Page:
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Home Safety Modifications for Alzheimer’s Disease

Strategies for creating a home environment that promotes safety and familiarity for a loved one with Alzheimer’s disease.

Make sure the basics of home safety are covered, including precautions like having smoke detectors and carbon monoxide detectors on every floor.

As a caregiver for someone living with Alzheimer's disease, you play an essential role in helping your loved one feel safe and comfortable when they are at home.

Below are a few ideas that can help you create a home environment that helps your loved one feel secure, reduce feelings of stress and agitation, and promote a sense of familiarity.

Begin with the basics of home safety

First, make sure the basics of home safety are covered. This includes installing smoke detectors and carbon monoxide detectors on every floor (and replacing the batteries every year), staying up to date on inspections and maintenance on major appliances (like hot water heaters and furnaces), keeping fire extinguishers in accessible places, and keeping a list of emergency numbers on or near every phone.

Home safety tips for a loved one with Alzheimer’s

Alzheimer’s disease causes changes to the brain that impairs cognitive function—things like memory, thinking, and how a person responds to different situations and circumstances. These changes can affect a person’s safety. It can also cause them to become overwhelmed and agitated, become lost (even in familiar places), and have difficulty with tasks that used to be routine.

Keep the home organized

  • Minimize clutter and excessive decorations that may feel overwhelming or stressful.
  • Create clear pathways throughout the house by removing obstacles or furniture that may cause a person to trip.
  • Use visual cues such as labels, color-coded signs, and pictures to aid navigation and promote independent functioning.

Make sure there is adequate lighting

  • Brighten up the living areas by maximizing natural light through open curtains or blinds.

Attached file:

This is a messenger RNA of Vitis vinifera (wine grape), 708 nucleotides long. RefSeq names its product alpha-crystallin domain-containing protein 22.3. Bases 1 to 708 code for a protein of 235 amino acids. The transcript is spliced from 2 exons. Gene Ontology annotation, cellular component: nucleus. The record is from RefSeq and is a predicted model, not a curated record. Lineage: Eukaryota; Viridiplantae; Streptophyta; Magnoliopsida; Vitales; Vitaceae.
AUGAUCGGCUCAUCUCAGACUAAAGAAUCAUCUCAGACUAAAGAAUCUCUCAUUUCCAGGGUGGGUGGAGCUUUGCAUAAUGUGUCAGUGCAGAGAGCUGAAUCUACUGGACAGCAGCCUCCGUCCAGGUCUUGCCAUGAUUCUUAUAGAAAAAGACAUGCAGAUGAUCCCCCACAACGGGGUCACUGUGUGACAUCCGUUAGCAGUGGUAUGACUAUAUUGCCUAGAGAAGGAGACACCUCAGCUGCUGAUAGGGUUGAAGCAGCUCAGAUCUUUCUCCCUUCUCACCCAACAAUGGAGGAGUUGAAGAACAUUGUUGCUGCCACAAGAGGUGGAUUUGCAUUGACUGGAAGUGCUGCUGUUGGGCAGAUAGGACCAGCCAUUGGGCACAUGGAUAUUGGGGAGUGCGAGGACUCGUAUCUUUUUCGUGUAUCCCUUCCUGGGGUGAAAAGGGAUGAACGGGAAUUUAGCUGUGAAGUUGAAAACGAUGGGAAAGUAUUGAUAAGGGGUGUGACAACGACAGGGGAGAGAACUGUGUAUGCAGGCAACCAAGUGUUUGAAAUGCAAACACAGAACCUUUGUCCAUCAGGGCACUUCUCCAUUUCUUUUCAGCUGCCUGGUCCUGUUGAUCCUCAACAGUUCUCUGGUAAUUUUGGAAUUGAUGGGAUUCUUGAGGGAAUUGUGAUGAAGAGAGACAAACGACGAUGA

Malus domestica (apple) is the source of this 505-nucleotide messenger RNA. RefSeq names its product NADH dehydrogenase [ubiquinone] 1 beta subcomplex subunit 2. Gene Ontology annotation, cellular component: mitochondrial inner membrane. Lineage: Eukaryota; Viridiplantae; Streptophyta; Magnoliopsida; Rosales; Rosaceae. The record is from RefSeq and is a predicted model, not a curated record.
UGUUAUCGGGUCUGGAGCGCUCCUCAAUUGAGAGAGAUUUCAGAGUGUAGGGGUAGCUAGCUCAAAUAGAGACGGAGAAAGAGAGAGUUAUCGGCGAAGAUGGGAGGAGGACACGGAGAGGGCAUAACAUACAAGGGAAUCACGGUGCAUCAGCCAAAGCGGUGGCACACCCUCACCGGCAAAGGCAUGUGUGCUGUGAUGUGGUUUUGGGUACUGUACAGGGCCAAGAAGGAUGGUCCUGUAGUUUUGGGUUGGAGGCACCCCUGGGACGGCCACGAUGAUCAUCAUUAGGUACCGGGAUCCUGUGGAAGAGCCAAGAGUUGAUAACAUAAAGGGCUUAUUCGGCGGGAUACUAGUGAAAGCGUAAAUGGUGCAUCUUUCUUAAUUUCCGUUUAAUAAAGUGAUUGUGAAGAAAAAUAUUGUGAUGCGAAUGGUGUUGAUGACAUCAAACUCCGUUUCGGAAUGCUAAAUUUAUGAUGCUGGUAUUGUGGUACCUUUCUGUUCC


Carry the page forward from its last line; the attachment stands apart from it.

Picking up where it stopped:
• Install well-placed lighting fixtures to eliminate dark spots and shadows, especially in hallways, staircases, and frequently used rooms.
  • Nightlights in bedrooms and bathrooms can provide reassurance during nighttime hours.

Add additional safety and accessibility measures

  • Install grab bars in bathrooms and near beds to assist with mobility and prevent falls.
  • Secure rugs and carpets to minimize tripping hazards.
  • Use childproof locks or alarms on doors and windows to prevent wandering or unintentional access to potentially dangerous areas.
  • Consider installing ramps and handrails if your loved one will need to use stairs to access parts of the home.
  • Consider getting a medical alert system with features like GPS and fall detection.

Make spaces calming and familiar

  • Designate a quiet area where your loved one can retreat to relax and unwind.
  • Reduce noise by placing rugs and cushions, which can dampen sound, and turning off TVs and loud appliances.
  • Provide familiar objects such as favorite books, photographs, or cherished mementos to evoke positive memories and promote a sense of familiarity.

Keep consistent schedules and routines

  • Establish consistent daily routines and prominently display visual schedules to help your loved one anticipate and understand the events of the day.
  • Organize and label cabinets and drawers for easy access to frequently used items, such as clothing, personal care products, and medications.
  • Use reminders, alarms, or smartphone apps to assist with medication management and other time-sensitive tasks.

Implement safety measures in the kitchen

  • Secure stove controls and install automatic shut-off devices to prevent accidents.
  • Lock cabinets containing hazardous items, such as cleaning supplies or sharp objects.
  • Use contrasting colors for dishes and utensils to enhance visibility and aid with independent meal preparation.

Provide a safe and familiar place to sleep

  • Arrange the bedroom with familiar furniture, bedding, and familiar belongings to promote a sense of comfort and security.
  • Use blackout curtains or blinds to regulate light and maintain a restful sleep environment.
  • Install bed rails or a monitoring system to prevent falls and provide reassurance during the night.

Alzheimer’s disease is a different experience for different people. It’s also a disease that progresses and changes with time—and what a loved one with Alzheimer’s disease needs will change over time. Talk to your loved one about what they need and what they are struggling with. Also talk to your loved one’s healthcare providers, who can provide additional guidance and support.

Article sources open article sources

American College of Emergency Physicians. Home Safety Checklist.
Centers for Disease Control and Prevention. Alzheimer’s Disease and Related Dementias.
Alzheimer's Association. Home Safety.
National Institute on Aging. Home Safety and Alzheimer's Disease.
NHS. How to make your home dementia friendly.
Sarah Goldy-Brown. Best Medical Alert Systems for Seniors With Dementia. SeniorLiving.org. June 8, 2023.
UW School of Medicine and Public Health. Daily Routines for a Person with Dementia.

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